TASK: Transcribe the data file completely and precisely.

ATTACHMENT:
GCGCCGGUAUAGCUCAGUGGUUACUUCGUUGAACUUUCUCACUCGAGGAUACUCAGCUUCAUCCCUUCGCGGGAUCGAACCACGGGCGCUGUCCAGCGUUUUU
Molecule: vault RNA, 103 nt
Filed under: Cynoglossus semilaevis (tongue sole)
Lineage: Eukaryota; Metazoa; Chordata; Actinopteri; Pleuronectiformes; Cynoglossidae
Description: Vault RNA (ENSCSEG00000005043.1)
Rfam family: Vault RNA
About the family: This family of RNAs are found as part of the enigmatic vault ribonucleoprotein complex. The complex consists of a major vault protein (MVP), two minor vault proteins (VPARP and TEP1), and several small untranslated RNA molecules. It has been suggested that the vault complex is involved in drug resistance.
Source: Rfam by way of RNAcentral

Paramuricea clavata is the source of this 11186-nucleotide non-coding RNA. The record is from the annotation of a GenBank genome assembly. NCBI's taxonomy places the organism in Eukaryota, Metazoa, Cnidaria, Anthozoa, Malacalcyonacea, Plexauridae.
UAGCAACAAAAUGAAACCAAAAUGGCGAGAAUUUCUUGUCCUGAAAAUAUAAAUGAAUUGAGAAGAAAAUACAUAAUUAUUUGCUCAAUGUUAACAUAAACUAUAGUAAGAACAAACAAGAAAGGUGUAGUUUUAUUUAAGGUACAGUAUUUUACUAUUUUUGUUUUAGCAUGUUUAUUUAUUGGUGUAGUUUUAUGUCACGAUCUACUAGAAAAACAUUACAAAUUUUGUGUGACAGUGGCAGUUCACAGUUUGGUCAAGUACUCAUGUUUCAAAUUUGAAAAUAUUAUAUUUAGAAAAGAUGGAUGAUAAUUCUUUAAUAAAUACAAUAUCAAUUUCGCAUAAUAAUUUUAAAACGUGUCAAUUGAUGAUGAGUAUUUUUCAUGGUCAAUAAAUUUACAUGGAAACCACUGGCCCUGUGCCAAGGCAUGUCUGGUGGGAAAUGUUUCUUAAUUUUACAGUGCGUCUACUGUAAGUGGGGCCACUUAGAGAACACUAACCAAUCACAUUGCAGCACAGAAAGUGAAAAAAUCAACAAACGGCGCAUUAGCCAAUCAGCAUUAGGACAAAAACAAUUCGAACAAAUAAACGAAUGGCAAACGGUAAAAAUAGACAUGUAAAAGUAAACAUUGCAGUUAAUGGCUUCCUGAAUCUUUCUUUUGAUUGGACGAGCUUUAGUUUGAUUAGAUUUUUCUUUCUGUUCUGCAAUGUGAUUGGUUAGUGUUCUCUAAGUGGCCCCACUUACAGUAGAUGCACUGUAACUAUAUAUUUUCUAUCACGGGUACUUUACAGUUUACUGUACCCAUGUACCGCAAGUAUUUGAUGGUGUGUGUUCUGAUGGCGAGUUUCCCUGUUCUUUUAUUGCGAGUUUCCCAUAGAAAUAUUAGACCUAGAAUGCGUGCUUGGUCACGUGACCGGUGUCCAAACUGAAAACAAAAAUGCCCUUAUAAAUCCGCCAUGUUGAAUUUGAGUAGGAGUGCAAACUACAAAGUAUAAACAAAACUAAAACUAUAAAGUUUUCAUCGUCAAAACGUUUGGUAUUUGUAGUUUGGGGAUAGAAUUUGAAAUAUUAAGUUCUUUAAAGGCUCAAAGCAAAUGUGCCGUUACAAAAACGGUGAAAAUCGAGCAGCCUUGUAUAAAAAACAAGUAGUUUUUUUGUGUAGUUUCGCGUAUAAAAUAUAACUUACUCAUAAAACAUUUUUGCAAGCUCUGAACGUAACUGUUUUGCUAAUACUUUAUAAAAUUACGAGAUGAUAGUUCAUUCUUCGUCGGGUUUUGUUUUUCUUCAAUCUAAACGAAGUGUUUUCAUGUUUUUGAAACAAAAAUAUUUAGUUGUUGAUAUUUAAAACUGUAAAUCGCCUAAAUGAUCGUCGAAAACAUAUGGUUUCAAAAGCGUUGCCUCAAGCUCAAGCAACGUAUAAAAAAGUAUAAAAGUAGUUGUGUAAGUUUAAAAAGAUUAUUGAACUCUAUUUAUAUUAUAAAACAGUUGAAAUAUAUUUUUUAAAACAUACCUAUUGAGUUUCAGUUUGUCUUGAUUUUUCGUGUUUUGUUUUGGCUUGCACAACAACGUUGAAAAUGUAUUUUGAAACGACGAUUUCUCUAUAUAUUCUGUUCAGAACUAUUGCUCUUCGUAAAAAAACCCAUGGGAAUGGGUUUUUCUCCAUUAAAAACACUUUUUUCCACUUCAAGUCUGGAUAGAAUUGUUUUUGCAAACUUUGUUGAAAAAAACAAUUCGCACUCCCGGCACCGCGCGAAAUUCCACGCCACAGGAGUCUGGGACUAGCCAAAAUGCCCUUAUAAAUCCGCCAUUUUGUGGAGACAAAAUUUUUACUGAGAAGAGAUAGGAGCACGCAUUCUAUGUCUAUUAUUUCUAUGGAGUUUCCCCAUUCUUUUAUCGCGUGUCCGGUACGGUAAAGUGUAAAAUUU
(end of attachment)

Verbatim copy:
GCGCCGGUAUAGCUCAGUGGUUACUUCGUUGAACUUUCUCACUCGAGGAUACUCAGCUUCAUCCCUUCGCGGGAUCGAACCACGGGCGCUGUCCAGCGUUUUU
Molecule: vault RNA, 103 nt
Filed under: Cynoglossus semilaevis (tongue sole)
Lineage: Eukaryota; Metazoa; Chordata; Actinopteri; Pleuronectiformes; Cynoglossidae
Description: Vault RNA (ENSCSEG00000005043.1)
Rfam family: Vault RNA
About the family: This family of RNAs are found as part of the enigmatic vault ribonucleoprotein complex. The complex consists of a major vault protein (MVP), two minor vault proteins (VPARP and TEP1), and several small untranslated RNA molecules. It has been suggested that the vault complex is involved in drug resistance.
Source: Rfam by way of RNAcentral

Paramuricea clavata is the source of this 11186-nucleotide non-coding RNA. The record is from the annotation of a GenBank genome assembly. NCBI's taxonomy places the organism in Eukaryota, Metazoa, Cnidaria, Anthozoa, Malacalcyonacea, Plexauridae.
UAGCAACAAAAUGAAACCAAAAUGGCGAGAAUUUCUUGUCCUGAAAAUAUAAAUGAAUUGAGAAGAAAAUACAUAAUUAUUUGCUCAAUGUUAACAUAAACUAUAGUAAGAACAAACAAGAAAGGUGUAGUUUUAUUUAAGGUACAGUAUUUUACUAUUUUUGUUUUAGCAUGUUUAUUUAUUGGUGUAGUUUUAUGUCACGAUCUACUAGAAAAACAUUACAAAUUUUGUGUGACAGUGGCAGUUCACAGUUUGGUCAAGUACUCAUGUUUCAAAUUUGAAAAUAUUAUAUUUAGAAAAGAUGGAUGAUAAUUCUUUAAUAAAUACAAUAUCAAUUUCGCAUAAUAAUUUUAAAACGUGUCAAUUGAUGAUGAGUAUUUUUCAUGGUCAAUAAAUUUACAUGGAAACCACUGGCCCUGUGCCAAGGCAUGUCUGGUGGGAAAUGUUUCUUAAUUUUACAGUGCGUCUACUGUAAGUGGGGCCACUUAGAGAACACUAACCAAUCACAUUGCAGCACAGAAAGUGAAAAAAUCAACAAACGGCGCAUUAGCCAAUCAGCAUUAGGACAAAAACAAUUCGAACAAAUAAACGAAUGGCAAACGGUAAAAAUAGACAUGUAAAAGUAAACAUUGCAGUUAAUGGCUUCCUGAAUCUUUCUUUUGAUUGGACGAGCUUUAGUUUGAUUAGAUUUUUCUUUCUGUUCUGCAAUGUGAUUGGUUAGUGUUCUCUAAGUGGCCCCACUUACAGUAGAUGCACUGUAACUAUAUAUUUUCUAUCACGGGUACUUUACAGUUUACUGUACCCAUGUACCGCAAGUAUUUGAUGGUGUGUGUUCUGAUGGCGAGUUUCCCUGUUCUUUUAUUGCGAGUUUCCCAUAGAAAUAUUAGACCUAGAAUGCGUGCUUGGUCACGUGACCGGUGUCCAAACUGAAAACAAAAAUGCCCUUAUAAAUCCGCCAUGUUGAAUUUGAGUAGGAGUGCAAACUACAAAGUAUAAACAAAACUAAAACUAUAAAGUUUUCAUCGUCAAAACGUUUGGUAUUUGUAGUUUGGGGAUAGAAUUUGAAAUAUUAAGUUCUUUAAAGGCUCAAAGCAAAUGUGCCGUUACAAAAACGGUGAAAAUCGAGCAGCCUUGUAUAAAAAACAAGUAGUUUUUUUGUGUAGUUUCGCGUAUAAAAUAUAACUUACUCAUAAAACAUUUUUGCAAGCUCUGAACGUAACUGUUUUGCUAAUACUUUAUAAAAUUACGAGAUGAUAGUUCAUUCUUCGUCGGGUUUUGUUUUUCUUCAAUCUAAACGAAGUGUUUUCAUGUUUUUGAAACAAAAAUAUUUAGUUGUUGAUAUUUAAAACUGUAAAUCGCCUAAAUGAUCGUCGAAAACAUAUGGUUUCAAAAGCGUUGCCUCAAGCUCAAGCAACGUAUAAAAAAGUAUAAAAGUAGUUGUGUAAGUUUAAAAAGAUUAUUGAACUCUAUUUAUAUUAUAAAACAGUUGAAAUAUAUUUUUUAAAACAUACCUAUUGAGUUUCAGUUUGUCUUGAUUUUUCGUGUUUUGUUUUGGCUUGCACAACAACGUUGAAAAUGUAUUUUGAAACGACGAUUUCUCUAUAUAUUCUGUUCAGAACUAUUGCUCUUCGUAAAAAAACCCAUGGGAAUGGGUUUUUCUCCAUUAAAAACACUUUUUUCCACUUCAAGUCUGGAUAGAAUUGUUUUUGCAAACUUUGUUGAAAAAAACAAUUCGCACUCCCGGCACCGCGCGAAAUUCCACGCCACAGGAGUCUGGGACUAGCCAAAAUGCCCUUAUAAAUCCGCCAUUUUGUGGAGACAAAAUUUUUACUGAGAAGAGAUAGGAGCACGCAUUCUAUGUCUAUUAUUUCUAUGGAGUUUCCCCAUUCUUUUAUCGCGUGUCCGGUACGGUAAAGUGUAAAAUUU